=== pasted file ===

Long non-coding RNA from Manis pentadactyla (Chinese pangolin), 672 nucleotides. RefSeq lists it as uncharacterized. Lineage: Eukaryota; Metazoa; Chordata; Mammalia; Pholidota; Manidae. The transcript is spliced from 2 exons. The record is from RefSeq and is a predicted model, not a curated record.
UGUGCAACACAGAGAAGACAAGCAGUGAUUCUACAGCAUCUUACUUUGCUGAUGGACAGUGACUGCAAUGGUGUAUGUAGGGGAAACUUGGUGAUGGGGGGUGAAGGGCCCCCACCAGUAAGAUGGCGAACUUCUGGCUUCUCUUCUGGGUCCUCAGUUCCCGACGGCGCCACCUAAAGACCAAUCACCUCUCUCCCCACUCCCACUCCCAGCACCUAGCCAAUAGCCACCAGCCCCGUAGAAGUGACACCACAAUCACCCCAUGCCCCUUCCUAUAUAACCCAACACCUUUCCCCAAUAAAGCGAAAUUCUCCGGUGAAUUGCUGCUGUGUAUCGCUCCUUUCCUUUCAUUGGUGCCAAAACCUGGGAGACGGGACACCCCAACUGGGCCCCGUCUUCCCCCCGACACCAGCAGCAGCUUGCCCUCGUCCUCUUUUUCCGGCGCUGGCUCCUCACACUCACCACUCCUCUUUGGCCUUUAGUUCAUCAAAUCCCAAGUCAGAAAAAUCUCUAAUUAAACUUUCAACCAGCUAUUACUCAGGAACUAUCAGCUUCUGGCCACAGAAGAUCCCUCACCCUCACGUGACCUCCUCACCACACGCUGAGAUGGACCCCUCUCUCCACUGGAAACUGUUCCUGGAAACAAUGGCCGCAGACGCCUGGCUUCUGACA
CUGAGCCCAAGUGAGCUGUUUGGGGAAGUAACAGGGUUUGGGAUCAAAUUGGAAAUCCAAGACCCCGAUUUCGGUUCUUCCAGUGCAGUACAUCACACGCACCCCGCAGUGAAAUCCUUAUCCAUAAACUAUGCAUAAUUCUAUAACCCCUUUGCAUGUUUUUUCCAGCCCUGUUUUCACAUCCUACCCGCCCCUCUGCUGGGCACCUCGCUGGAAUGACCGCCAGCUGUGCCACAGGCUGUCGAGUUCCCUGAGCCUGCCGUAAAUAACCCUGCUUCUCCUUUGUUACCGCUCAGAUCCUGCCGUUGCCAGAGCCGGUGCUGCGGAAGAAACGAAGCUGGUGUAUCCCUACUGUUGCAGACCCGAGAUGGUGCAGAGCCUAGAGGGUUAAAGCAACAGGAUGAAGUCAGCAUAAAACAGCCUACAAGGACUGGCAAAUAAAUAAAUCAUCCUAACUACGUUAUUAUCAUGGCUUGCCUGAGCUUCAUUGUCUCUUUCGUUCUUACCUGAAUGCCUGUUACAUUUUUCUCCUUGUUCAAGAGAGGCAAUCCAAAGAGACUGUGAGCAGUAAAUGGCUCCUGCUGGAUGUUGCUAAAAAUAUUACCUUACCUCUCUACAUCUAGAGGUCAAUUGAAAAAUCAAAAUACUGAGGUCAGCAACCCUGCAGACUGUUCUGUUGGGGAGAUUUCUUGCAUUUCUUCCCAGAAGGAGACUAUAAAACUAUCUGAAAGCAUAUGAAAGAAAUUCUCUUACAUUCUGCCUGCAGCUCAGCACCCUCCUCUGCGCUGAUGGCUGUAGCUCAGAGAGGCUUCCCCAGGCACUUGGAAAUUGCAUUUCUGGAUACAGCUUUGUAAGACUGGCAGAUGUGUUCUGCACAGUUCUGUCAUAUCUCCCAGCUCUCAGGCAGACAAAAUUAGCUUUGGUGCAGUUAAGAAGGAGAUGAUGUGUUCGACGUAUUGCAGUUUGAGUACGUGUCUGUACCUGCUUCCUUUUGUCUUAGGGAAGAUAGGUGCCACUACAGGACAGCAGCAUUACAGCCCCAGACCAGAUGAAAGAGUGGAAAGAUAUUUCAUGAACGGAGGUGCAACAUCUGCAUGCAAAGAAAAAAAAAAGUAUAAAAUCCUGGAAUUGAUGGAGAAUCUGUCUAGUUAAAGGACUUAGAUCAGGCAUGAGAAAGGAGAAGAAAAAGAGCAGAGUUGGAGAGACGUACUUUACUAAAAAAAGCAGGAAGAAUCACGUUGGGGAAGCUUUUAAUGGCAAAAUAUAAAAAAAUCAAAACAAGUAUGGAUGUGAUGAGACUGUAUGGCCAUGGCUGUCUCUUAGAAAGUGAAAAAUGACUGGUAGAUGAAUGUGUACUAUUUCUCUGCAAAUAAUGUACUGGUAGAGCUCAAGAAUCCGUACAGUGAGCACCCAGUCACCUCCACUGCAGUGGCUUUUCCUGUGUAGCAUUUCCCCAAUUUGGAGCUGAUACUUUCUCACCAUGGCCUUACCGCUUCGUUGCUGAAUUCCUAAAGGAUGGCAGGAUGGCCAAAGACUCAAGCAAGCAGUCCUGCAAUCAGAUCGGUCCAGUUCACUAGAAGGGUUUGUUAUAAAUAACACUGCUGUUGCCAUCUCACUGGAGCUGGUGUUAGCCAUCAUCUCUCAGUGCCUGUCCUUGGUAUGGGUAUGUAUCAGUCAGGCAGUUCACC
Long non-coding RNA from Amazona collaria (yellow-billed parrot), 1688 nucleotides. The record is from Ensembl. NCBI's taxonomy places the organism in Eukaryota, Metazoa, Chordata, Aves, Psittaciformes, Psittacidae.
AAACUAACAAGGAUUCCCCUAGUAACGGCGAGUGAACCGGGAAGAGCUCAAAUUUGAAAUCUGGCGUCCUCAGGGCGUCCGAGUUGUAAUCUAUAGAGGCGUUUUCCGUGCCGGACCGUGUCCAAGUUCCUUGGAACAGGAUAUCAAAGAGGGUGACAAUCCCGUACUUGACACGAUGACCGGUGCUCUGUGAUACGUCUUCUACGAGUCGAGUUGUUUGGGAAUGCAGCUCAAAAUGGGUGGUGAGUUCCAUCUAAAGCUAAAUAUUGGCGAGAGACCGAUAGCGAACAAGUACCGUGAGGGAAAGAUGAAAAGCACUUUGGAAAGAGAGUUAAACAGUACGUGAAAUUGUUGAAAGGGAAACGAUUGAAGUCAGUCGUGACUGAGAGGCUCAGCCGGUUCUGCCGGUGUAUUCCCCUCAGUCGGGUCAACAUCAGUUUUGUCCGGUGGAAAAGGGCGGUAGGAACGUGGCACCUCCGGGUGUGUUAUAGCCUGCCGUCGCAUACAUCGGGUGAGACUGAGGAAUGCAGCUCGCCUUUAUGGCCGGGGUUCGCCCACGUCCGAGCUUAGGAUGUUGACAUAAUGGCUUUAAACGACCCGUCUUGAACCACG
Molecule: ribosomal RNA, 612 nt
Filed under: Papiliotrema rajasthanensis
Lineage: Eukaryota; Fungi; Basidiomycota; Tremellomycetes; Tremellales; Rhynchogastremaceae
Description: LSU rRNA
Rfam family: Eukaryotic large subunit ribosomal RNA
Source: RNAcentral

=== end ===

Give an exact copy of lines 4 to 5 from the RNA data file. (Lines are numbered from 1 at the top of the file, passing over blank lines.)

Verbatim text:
Long non-coding RNA from Amazona collaria (yellow-billed parrot), 1688 nucleotides. The record is from Ensembl. NCBI's taxonomy places the organism in Eukaryota, Metazoa, Chordata, Aves, Psittaciformes, Psittacidae.
AAACUAACAAGGAUUCCCCUAGUAACGGCGAGUGAACCGGGAAGAGCUCAAAUUUGAAAUCUGGCGUCCUCAGGGCGUCCGAGUUGUAAUCUAUAGAGGCGUUUUCCGUGCCGGACCGUGUCCAAGUUCCUUGGAACAGGAUAUCAAAGAGGGUGACAAUCCCGUACUUGACACGAUGACCGGUGCUCUGUGAUACGUCUUCUACGAGUCGAGUUGUUUGGGAAUGCAGCUCAAAAUGGGUGGUGAGUUCCAUCUAAAGCUAAAUAUUGGCGAGAGACCGAUAGCGAACAAGUACCGUGAGGGAAAGAUGAAAAGCACUUUGGAAAGAGAGUUAAACAGUACGUGAAAUUGUUGAAAGGGAAACGAUUGAAGUCAGUCGUGACUGAGAGGCUCAGCCGGUUCUGCCGGUGUAUUCCCCUCAGUCGGGUCAACAUCAGUUUUGUCCGGUGGAAAAGGGCGGUAGGAACGUGGCACCUCCGGGUGUGUUAUAGCCUGCCGUCGCAUACAUCGGGUGAGACUGAGGAAUGCAGCUCGCCUUUAUGGCCGGGGUUCGCCCACGUCCGAGCUUAGGAUGUUGACAUAAUGGCUUUAAACGACCCGUCUUGAACCACG